Sunday, August 07, 2005

No. 3 Thunder Road - Bruce Springsteen

This is where the rule about having only one song per artist really starts to be count. I could make an entire top 10 list purely of Bruce Springsteen songs. The howling, exaggerated anguish of "Backstreets", the folkish tragedy of "The River", the exhilaration of "Rosalita" and the careering escapism of "Born to Run" would be in there, just for a start.

Never considered particularly fashionable or cutting edge, Bruce Springsteen transcends fashion and has made more memorable music than just about anyone else. The Beatles, the Rolling Stones--sure they might have been more "important" and influential, but how many of their songs do you really feel *fond* of, want to come back and explore and revisit? In how many do you feel like you can actually imagine the characters, and wonder about their lives?

In a genre (rock music) which overrates discontinuities, Bruce Springsteen’s songs acknowledge and celebrate a historical tradition of American pop music and popular culture. Woody Guthrie, Elvis, the Motown back catalogue, Phil Spector’s girl bands, West Side Story, westerns and James Dean movies—they’re all rolled into his music.

Inaccurately pigeonholed early on as a new version of the more intellectual, acerbic Bob Dylan, and later dismissed as just writing about “cars and girls”, Springsteen sits solidly in the tradition of American narrative, spinning tales of people growing up, having parties, getting laid, hitting the road, messing up, losing their jobs and trying to get by. He's John Steinbeck with sex; Jack Kerouac with a sense of humour. His songs--especially the early ones—are as full of wacky characters as a novel by Thomas Pynchon or Philip Roth. I guarantee there’s a few American Studies theses out there he’s inspired.

For all that Bruce Springsteen has carried on making great music for over 30 years, in my view it's in the 70s that his genius was displayed to best effect. This was when he and his E-Street band created a warm, exuberant wall of sound, where the piano and organ wrestled for space with the saxophone, drums and guitars, and the musicians sounded like they were having the time of their lives.

It’s also the era when his lyrical creations where at their dense, colourful, verbose best. One accusation that’s been levelled at Springsteen is that he’s excessively bombastic and overblown. Which is probably true, but his charm, wit, skill and sincerity make up for it. Who could possibly expect to get away with a line like this?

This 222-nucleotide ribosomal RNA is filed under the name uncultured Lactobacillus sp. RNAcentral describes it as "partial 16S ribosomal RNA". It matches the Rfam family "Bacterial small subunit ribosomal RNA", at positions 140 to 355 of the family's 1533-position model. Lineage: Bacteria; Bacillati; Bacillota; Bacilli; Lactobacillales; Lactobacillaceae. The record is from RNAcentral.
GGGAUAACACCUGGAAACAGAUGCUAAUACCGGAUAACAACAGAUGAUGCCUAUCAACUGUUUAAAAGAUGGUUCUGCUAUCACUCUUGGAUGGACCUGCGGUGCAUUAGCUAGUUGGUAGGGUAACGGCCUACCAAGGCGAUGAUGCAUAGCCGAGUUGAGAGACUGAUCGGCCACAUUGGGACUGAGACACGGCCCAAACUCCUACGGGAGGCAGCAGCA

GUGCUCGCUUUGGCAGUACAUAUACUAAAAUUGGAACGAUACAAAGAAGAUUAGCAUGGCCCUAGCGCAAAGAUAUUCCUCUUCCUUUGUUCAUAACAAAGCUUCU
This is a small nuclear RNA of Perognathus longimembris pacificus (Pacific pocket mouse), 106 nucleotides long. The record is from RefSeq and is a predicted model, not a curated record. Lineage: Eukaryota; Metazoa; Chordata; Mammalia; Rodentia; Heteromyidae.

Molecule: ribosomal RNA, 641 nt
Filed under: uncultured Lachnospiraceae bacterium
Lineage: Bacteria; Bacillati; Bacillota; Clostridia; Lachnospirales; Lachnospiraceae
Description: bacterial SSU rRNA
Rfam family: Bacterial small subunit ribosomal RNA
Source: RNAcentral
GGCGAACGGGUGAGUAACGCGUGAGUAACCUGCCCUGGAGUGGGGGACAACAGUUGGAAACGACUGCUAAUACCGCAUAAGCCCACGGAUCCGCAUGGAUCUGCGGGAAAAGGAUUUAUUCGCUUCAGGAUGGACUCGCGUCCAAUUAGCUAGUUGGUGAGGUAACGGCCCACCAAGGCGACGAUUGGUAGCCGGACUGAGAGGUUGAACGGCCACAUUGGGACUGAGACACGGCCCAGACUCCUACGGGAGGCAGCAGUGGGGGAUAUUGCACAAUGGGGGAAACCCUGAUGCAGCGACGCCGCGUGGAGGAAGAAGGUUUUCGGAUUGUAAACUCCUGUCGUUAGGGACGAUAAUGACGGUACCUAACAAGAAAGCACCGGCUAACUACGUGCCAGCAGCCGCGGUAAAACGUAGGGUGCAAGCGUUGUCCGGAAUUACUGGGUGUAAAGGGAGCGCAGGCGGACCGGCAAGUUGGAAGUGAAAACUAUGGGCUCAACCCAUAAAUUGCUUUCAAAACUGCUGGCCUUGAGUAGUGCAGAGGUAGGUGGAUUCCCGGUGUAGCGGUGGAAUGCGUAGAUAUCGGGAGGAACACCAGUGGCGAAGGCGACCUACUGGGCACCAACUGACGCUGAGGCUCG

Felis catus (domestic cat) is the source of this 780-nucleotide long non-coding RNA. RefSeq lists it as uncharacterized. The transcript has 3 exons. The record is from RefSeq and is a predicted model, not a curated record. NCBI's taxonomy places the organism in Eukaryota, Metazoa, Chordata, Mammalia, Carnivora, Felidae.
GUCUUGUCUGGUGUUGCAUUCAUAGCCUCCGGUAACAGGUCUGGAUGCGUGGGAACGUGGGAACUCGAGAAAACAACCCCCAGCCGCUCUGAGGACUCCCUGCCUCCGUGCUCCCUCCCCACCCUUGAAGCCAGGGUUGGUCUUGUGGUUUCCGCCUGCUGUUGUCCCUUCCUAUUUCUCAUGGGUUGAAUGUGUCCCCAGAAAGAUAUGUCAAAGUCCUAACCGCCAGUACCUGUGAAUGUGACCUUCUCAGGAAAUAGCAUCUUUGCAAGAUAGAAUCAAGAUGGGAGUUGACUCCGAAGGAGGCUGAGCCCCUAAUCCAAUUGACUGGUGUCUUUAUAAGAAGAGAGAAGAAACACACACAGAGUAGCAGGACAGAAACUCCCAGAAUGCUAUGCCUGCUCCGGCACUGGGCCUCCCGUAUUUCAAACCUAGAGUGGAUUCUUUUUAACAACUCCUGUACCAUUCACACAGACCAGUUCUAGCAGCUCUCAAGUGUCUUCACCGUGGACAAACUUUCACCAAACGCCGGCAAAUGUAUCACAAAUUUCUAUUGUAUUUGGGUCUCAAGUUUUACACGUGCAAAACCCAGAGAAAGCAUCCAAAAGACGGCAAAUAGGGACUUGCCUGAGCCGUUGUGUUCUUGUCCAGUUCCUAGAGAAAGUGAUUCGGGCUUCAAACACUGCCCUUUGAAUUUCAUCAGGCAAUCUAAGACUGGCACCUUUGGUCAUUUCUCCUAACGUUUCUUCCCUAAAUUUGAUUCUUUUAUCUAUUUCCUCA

In the day we sweat it out on the streets of a runaway American dream

Bruce Springsteen could—partly because he invented the clich├ęs, and partly because a few lines later he comes up with:

Wendy let me in, I wanna be your friend, I wanna guard your dreams and visions

That’s something Kerouac just wished he thought of. And how’s this, from 1973’s “For You”?

I was wounded deep in battle / while you stood stuffed like some soldier undaunted
For her Cheshire smile, I’d stand on file / she’s all I ever wanted

His internal rhymes, use of language, and snappy ability to create a vivid scene in a few words would put to shame all but the most talented of hip-hop artist--and he’s got empathy, irony and optimism that Eminem and Public Enemy don’t--not to mention the melodies.

“Thunder Road”' is from 1975, its piano-and-harmonica intro easing us in to the classic Born to Run album. As many agree, this goes very close to being the greatest rock n’ roll song ever. Now rock n’ roll, at its core, is a young person’s game. A few manage to soldier on and create relevant music into their middle age. But it requires a fair swag of youthful naivety to think you can reject, and possibly create anew, everything about both yourself and the world around you—a belief which lies behind much of the best and most vital rock music. “Thunder Road” is convinced of this truth.

The song opens with a brilliant cinematic scene, where:

The screen door slams / Mary’s dress waves
Like a vision she dances across the porch as the radio plays

The radio is playing Roy Orbison (intertextuality in pop music! The American Studies students are having orgasms!) as the protagonist tries to convince Mary to escape with him. He's grown up enough to know it isn't a fairy tale; he tells Mary that you aint no beauty but hey you're alright, and says of himself:

Now I'm no hero, now that's understood / all the redemption I can offer, girl, is beneath this dirty hood ("He-ro and Automobile: Sexual and Religious Symbolism in Springsteen", maybe?)

But he's still idealistic enough to promise that the night's busting open, these two lanes could take us anywhere... The tempo rises, the band comes in, and then they're cruising out on the open road, letting the wind blow back Mary's hair. At least in his imagination; at the end of the song he's still on the porch trying to persuade her to jump in the car.

It's a classic song about escape and redemption, making you want to jump in a car and roll down the window whenever you hear it. It's about getting out while you're young, and could really only have been written by someone still seriously young. But while you might get old and tired, the way "Thunder Road" makes you feel doesn't. Very close to my favourite ever.

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